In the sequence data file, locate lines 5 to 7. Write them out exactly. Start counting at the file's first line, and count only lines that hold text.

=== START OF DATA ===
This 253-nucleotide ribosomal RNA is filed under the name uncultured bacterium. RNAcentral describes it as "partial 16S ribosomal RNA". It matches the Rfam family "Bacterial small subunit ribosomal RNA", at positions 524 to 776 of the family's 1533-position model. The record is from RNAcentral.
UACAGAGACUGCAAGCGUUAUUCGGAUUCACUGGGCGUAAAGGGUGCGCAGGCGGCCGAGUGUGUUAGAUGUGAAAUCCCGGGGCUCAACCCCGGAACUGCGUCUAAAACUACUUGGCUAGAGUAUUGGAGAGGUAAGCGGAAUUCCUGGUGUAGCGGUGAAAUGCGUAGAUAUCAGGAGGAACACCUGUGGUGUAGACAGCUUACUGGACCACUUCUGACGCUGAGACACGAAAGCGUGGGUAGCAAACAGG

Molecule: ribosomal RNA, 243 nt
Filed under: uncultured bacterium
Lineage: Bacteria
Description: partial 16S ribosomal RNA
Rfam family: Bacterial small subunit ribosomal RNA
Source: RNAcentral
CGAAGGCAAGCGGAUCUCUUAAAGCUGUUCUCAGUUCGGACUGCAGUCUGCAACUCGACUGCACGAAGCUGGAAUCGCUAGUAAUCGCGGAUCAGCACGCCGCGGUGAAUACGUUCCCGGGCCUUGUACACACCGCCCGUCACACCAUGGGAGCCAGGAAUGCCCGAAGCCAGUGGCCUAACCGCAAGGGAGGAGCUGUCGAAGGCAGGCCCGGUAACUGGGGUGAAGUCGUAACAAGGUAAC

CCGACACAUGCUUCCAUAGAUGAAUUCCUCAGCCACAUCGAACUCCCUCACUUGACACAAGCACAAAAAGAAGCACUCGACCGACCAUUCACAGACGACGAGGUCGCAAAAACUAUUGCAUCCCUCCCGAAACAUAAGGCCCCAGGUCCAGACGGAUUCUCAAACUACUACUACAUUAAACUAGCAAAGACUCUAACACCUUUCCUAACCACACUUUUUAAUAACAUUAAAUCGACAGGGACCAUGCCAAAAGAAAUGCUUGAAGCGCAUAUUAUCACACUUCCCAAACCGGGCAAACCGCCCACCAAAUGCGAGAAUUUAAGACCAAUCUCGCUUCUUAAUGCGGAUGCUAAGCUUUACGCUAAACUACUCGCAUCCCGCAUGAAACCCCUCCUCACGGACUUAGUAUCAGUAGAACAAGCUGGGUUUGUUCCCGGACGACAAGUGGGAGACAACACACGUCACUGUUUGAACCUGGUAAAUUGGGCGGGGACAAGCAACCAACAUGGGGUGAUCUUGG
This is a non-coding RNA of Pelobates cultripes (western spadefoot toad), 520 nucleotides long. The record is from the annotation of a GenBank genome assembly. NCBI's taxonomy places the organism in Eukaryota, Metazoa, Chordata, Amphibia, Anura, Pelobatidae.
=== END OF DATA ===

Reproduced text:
Lineage: Bacteria
Description: partial 16S ribosomal RNA
Rfam family: Bacterial small subunit ribosomal RNA